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Leukocyte telomere length is associated with noninvasively measured age-related disease : The cardiovascular health study. / Sanders, Jason L.; Fitzpatrick, Annette L.; Boudreau, Robert M.; Arnold, Alice M.; Aviv, Abraham; Kimura, Masayuki; Fried, Linda F.; Harris, Tamara B.; Newman, Anne B.

In: Journals of Gerontology - Series A Biological Sciences and Medical Sciences, Vol. 67 A, No. 4, 01.04.2012, p. 409-416.

Research output: Contribution to journalArticle

TY - JOUR

T1 - Leukocyte telomere length is associated with noninvasively measured age-related disease

T2 - The cardiovascular health study

AU - Sanders, Jason L.

AU - Fitzpatrick, Annette L.

AU - Boudreau, Robert M.

AU - Arnold, Alice M.

AU - Aviv, Abraham

AU - Kimura, Masayuki

AU - Fried, Linda F.

AU - Harris, Tamara B.

AU - Newman, Anne B.

PY - 2012/4/1

Y1 - 2012/4/1

N2 - Background. Most studies of leukocyte telomere length (LTL) focus on diagnosed disease in one system. A more encompassing depiction of health is disease burden, defined here as the sum of noninvasively measured markers of structure or function in different organ systems. We determined if (a) shorter LTL is associated with greater age-related disease burden and (b) shorter LTL is less strongly associated with disease in individual systems or diagnosed chronic conditions (cardiovascular disease, stroke, pulmonary disease, diabetes, kidney disease, arthritis, or depression). Methods. LTL was measured by Southern blots of terminal restriction fragment length. Age-related disease was measured noninvasively and included carotid intima-media thickness, lung vital capacity, white matter grade, cystatin-C, and fasting glucose; each graded 0 (best tertile), 1 (middle tertile), or 2 (worst tertile) and summed (0 to 10) to estimate disease burden. Of 419 participants randomly selected for LTL measurement, 236 had disease burden assessed (mean [SD] age 74.2 [4.9] years, 42.4% male, 86.8% white, and 13.2% black). Results. Mean (SD) LTL was 6,312 (615) bp, and disease score was 4.7 (2.1) points. An SD higher disease score (β [SE] =-132 [47] bp, p <. 01), age (β [SE] =-107 [46], p =. 02) or carotid thickness (β [SE] =-95 [40] bp, p =. 02) was associated with shorter LTL, but diagnosed conditions or number of conditions were not associated with LTL. Disease score attenuated the effect of age on LTL by 35%. Conclusion. LTL was associated with a characterization of age-related disease burden across multiple physiologic systems, which was comparable to, but independent of, its association with age.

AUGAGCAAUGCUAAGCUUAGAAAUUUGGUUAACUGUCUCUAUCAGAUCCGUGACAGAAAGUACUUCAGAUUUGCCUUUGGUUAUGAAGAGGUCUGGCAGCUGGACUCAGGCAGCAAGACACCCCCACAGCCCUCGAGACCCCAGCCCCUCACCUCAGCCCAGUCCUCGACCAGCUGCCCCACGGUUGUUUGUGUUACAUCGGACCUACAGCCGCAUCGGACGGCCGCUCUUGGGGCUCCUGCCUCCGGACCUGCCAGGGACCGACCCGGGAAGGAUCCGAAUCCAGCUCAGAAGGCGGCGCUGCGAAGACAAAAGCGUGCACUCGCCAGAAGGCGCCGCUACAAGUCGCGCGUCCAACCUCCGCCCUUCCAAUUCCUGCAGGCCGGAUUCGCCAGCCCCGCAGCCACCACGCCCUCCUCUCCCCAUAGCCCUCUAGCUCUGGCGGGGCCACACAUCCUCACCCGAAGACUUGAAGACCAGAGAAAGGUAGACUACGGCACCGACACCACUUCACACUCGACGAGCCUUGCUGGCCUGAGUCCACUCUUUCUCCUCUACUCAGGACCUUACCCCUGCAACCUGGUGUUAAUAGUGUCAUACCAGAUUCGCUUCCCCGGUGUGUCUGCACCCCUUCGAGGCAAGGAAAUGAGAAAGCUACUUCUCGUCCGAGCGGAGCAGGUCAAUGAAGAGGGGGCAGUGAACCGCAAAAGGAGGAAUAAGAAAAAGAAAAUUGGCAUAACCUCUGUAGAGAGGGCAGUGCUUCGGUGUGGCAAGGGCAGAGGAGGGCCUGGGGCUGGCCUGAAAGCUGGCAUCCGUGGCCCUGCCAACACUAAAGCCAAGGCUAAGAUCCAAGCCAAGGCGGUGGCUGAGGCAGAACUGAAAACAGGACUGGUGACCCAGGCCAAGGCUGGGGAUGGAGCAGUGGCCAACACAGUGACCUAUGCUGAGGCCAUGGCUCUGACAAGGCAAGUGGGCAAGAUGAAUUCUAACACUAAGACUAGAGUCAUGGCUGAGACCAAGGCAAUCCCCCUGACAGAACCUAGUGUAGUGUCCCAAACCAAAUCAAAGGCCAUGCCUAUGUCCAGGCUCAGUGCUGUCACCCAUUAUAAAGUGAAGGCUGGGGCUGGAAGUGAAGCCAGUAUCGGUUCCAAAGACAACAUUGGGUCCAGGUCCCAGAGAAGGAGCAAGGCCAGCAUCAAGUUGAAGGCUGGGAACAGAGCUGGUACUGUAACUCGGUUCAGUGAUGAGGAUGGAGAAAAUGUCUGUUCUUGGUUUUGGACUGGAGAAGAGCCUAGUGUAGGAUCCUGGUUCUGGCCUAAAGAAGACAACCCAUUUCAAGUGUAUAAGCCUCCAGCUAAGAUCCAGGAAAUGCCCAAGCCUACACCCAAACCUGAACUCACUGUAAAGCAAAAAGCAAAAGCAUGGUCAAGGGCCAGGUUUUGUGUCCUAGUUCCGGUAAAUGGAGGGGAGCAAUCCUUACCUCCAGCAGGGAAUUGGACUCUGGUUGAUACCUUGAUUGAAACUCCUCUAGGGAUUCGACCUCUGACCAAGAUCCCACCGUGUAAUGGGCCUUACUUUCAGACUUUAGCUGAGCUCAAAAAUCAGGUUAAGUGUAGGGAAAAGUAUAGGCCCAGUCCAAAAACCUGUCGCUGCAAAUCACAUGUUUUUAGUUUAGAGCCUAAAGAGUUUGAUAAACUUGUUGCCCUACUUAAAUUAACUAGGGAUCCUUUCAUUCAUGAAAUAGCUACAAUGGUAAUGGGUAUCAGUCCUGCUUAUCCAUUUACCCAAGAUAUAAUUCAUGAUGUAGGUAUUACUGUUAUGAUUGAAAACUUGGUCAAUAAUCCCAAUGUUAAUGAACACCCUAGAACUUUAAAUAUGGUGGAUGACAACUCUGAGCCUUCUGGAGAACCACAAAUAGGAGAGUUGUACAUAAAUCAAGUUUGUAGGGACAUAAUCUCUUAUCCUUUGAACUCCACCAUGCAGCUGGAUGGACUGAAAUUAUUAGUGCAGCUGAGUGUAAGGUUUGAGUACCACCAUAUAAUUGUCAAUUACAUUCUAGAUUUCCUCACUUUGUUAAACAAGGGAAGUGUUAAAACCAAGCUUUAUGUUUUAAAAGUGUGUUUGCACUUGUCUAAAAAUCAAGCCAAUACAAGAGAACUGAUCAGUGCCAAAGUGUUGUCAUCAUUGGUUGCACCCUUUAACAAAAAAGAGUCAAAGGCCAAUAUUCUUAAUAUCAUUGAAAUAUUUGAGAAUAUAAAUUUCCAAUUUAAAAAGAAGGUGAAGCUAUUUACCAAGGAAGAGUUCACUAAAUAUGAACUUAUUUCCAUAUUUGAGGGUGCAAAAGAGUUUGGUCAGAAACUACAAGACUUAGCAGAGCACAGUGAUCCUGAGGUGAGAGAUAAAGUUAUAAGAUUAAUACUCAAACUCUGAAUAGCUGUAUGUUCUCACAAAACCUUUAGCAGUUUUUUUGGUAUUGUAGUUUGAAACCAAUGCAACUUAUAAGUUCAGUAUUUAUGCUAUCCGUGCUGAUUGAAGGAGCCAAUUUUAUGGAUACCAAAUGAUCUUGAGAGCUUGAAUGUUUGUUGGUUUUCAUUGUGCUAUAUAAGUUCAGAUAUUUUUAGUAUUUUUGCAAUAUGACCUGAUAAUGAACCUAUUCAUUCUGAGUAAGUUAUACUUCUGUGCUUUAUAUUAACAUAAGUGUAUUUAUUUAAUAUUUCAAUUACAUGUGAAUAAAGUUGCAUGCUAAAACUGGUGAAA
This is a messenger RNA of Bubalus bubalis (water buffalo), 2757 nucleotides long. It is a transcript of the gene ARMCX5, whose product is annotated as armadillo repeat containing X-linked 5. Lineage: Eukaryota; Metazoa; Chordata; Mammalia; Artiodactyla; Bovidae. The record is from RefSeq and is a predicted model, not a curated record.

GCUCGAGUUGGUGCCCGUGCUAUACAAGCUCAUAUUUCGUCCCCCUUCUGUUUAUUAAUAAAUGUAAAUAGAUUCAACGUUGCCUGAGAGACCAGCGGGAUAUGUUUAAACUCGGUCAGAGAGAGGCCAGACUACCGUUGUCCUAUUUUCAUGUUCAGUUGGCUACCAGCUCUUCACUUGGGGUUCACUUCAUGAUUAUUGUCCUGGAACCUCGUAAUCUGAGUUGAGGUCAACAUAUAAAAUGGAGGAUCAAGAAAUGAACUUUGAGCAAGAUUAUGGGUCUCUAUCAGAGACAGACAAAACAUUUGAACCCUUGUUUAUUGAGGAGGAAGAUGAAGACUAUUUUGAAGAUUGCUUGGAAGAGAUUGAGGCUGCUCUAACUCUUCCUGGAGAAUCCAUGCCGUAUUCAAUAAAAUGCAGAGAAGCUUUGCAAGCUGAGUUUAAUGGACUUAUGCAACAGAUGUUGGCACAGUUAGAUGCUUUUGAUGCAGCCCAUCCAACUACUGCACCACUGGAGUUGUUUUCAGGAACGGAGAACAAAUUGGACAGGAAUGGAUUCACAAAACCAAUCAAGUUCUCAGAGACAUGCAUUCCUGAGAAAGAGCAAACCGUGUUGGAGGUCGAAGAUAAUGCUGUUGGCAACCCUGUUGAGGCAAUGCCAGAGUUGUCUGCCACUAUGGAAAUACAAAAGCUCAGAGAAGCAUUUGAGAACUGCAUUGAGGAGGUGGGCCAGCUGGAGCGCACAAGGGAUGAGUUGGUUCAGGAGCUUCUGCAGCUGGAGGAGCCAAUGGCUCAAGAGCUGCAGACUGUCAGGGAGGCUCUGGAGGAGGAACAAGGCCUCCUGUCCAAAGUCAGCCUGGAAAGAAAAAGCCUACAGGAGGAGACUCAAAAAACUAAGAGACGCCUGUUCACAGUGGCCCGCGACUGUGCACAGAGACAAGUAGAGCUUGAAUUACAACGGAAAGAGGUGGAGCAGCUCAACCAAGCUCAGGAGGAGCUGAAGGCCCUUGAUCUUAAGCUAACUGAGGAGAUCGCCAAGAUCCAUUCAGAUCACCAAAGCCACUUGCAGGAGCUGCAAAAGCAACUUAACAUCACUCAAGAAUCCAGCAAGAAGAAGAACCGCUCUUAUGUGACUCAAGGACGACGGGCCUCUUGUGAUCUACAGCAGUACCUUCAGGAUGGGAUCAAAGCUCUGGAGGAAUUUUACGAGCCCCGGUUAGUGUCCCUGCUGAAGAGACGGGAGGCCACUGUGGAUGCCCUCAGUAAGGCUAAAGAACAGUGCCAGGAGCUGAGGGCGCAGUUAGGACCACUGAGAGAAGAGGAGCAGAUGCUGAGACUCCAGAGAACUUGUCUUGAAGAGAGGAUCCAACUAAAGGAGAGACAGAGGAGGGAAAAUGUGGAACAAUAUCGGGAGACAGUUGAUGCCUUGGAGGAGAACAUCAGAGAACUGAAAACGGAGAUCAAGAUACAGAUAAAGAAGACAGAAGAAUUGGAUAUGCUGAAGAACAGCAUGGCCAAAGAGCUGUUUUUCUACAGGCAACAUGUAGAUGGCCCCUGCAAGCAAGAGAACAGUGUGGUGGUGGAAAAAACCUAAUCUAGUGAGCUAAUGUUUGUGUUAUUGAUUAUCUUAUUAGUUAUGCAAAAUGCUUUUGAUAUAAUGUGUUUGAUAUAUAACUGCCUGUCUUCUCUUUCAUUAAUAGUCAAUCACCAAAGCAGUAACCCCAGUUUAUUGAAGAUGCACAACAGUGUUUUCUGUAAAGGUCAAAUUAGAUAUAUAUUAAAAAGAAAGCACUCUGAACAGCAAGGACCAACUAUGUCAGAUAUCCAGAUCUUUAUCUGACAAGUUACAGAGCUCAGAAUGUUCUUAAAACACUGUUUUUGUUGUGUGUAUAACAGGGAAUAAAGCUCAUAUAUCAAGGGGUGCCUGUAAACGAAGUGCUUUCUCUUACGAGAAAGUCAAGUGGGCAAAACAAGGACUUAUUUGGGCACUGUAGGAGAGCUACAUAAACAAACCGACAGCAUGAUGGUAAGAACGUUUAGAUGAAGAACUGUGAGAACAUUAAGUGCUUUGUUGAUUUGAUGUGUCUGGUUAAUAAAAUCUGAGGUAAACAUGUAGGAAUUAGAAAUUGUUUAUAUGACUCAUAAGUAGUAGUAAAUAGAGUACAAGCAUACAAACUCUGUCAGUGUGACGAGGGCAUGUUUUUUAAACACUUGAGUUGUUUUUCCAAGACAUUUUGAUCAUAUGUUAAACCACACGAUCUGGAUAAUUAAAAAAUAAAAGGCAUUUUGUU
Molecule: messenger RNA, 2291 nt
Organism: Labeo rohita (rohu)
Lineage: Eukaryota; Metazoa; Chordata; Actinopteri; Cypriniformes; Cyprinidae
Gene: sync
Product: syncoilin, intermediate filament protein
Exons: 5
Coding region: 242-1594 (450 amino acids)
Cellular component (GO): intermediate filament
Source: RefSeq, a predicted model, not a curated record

AB - Background. Most studies of leukocyte telomere length (LTL) focus on diagnosed disease in one system. A more encompassing depiction of health is disease burden, defined here as the sum of noninvasively measured markers of structure or function in different organ systems. We determined if (a) shorter LTL is associated with greater age-related disease burden and (b) shorter LTL is less strongly associated with disease in individual systems or diagnosed chronic conditions (cardiovascular disease, stroke, pulmonary disease, diabetes, kidney disease, arthritis, or depression). Methods. LTL was measured by Southern blots of terminal restriction fragment length. Age-related disease was measured noninvasively and included carotid intima-media thickness, lung vital capacity, white matter grade, cystatin-C, and fasting glucose; each graded 0 (best tertile), 1 (middle tertile), or 2 (worst tertile) and summed (0 to 10) to estimate disease burden. Of 419 participants randomly selected for LTL measurement, 236 had disease burden assessed (mean [SD] age 74.2 [4.9] years, 42.4% male, 86.8% white, and 13.2% black). Results. Mean (SD) LTL was 6,312 (615) bp, and disease score was 4.7 (2.1) points. An SD higher disease score (β [SE] =-132 [47] bp, p <. 01), age (β [SE] =-107 [46], p =. 02) or carotid thickness (β [SE] =-95 [40] bp, p =. 02) was associated with shorter LTL, but diagnosed conditions or number of conditions were not associated with LTL. Disease score attenuated the effect of age on LTL by 35%. Conclusion. LTL was associated with a characterization of age-related disease burden across multiple physiologic systems, which was comparable to, but independent of, its association with age.

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U2 - 10.1093/gerona/glr173

DO - 10.1093/gerona/glr173